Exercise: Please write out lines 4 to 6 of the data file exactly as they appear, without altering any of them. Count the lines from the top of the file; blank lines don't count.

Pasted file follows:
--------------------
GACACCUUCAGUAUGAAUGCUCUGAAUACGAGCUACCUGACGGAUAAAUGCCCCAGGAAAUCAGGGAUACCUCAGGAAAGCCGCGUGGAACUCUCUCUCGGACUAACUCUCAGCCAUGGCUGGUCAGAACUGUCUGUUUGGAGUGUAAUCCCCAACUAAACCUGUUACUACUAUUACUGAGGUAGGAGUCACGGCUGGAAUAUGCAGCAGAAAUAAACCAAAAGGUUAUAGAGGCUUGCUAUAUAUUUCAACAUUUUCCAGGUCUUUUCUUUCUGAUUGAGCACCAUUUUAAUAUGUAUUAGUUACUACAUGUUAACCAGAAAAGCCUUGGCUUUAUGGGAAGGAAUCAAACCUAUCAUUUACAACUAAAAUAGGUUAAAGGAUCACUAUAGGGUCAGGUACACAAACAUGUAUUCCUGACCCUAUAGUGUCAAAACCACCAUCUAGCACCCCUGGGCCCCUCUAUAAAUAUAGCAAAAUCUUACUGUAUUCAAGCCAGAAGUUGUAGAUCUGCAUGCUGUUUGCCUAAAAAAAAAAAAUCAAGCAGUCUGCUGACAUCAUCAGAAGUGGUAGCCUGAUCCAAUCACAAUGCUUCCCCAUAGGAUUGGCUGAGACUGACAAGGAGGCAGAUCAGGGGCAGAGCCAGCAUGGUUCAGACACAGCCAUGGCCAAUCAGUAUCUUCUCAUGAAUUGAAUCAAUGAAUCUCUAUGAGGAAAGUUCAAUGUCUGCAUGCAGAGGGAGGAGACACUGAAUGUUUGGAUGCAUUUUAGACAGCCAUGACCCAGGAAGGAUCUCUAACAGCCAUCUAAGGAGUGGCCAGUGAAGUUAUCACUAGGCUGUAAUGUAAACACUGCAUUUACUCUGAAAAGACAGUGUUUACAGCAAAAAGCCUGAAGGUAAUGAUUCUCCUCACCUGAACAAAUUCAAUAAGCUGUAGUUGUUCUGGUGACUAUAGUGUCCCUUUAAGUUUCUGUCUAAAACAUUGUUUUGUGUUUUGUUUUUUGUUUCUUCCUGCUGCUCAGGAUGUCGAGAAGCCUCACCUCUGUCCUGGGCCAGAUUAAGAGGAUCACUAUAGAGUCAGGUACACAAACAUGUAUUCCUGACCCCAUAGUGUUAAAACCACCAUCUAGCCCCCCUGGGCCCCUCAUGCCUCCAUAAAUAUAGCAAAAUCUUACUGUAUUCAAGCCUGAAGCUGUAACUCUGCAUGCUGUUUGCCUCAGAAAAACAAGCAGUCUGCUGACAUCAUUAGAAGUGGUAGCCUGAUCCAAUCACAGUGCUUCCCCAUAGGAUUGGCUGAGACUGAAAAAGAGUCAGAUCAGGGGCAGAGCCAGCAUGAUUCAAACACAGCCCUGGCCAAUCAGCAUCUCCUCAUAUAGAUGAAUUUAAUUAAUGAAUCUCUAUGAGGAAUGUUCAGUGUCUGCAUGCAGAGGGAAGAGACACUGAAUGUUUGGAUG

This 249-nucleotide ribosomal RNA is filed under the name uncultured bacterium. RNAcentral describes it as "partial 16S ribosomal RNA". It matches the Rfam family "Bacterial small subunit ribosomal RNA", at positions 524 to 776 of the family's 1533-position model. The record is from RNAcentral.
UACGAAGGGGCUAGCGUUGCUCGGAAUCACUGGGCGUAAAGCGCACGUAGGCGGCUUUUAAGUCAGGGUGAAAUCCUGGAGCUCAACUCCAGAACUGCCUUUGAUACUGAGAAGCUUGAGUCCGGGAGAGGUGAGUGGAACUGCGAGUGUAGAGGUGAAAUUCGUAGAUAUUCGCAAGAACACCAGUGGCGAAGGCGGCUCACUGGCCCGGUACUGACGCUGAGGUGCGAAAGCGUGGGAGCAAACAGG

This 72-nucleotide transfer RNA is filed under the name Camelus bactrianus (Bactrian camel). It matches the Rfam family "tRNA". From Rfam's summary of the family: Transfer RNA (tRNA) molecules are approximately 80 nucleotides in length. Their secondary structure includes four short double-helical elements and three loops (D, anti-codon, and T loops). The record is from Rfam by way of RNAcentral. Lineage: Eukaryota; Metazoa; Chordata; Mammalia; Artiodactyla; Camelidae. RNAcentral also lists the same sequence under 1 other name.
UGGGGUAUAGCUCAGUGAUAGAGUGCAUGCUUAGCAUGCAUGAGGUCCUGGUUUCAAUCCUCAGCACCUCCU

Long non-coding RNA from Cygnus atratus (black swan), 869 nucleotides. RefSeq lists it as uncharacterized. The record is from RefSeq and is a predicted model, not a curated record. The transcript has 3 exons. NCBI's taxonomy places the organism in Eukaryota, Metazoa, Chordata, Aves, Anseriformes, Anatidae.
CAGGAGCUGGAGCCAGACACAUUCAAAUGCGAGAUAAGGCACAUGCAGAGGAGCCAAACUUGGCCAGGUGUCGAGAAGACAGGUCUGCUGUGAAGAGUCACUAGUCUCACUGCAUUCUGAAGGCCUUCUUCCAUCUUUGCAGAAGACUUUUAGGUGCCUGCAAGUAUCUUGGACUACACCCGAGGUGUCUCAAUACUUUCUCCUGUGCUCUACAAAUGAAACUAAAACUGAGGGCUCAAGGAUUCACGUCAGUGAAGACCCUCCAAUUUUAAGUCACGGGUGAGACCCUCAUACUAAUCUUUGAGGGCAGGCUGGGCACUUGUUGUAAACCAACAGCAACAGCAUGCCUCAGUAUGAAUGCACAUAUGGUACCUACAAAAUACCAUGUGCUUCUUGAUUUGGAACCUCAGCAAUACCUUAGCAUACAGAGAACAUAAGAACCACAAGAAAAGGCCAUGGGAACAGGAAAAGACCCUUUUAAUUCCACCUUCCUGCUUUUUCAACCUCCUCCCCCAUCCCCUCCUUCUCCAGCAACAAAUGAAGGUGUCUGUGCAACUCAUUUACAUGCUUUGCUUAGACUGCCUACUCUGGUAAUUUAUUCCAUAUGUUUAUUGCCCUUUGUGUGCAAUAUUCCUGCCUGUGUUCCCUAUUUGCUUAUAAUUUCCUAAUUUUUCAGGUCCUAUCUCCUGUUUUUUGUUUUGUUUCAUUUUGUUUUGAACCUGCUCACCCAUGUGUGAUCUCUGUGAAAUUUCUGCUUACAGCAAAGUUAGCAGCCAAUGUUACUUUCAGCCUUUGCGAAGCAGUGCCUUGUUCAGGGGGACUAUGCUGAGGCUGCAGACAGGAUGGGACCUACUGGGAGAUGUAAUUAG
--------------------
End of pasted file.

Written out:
This 72-nucleotide transfer RNA is filed under the name Camelus bactrianus (Bactrian camel). It matches the Rfam family "tRNA". From Rfam's summary of the family: Transfer RNA (tRNA) molecules are approximately 80 nucleotides in length. Their secondary structure includes four short double-helical elements and three loops (D, anti-codon, and T loops). The record is from Rfam by way of RNAcentral. Lineage: Eukaryota; Metazoa; Chordata; Mammalia; Artiodactyla; Camelidae. RNAcentral also lists the same sequence under 1 other name.
UGGGGUAUAGCUCAGUGAUAGAGUGCAUGCUUAGCAUGCAUGAGGUCCUGGUUUCAAUCCUCAGCACCUCCU

Long non-coding RNA from Cygnus atratus (black swan), 869 nucleotides. RefSeq lists it as uncharacterized. The record is from RefSeq and is a predicted model, not a curated record. The transcript has 3 exons. NCBI's taxonomy places the organism in Eukaryota, Metazoa, Chordata, Aves, Anseriformes, Anatidae.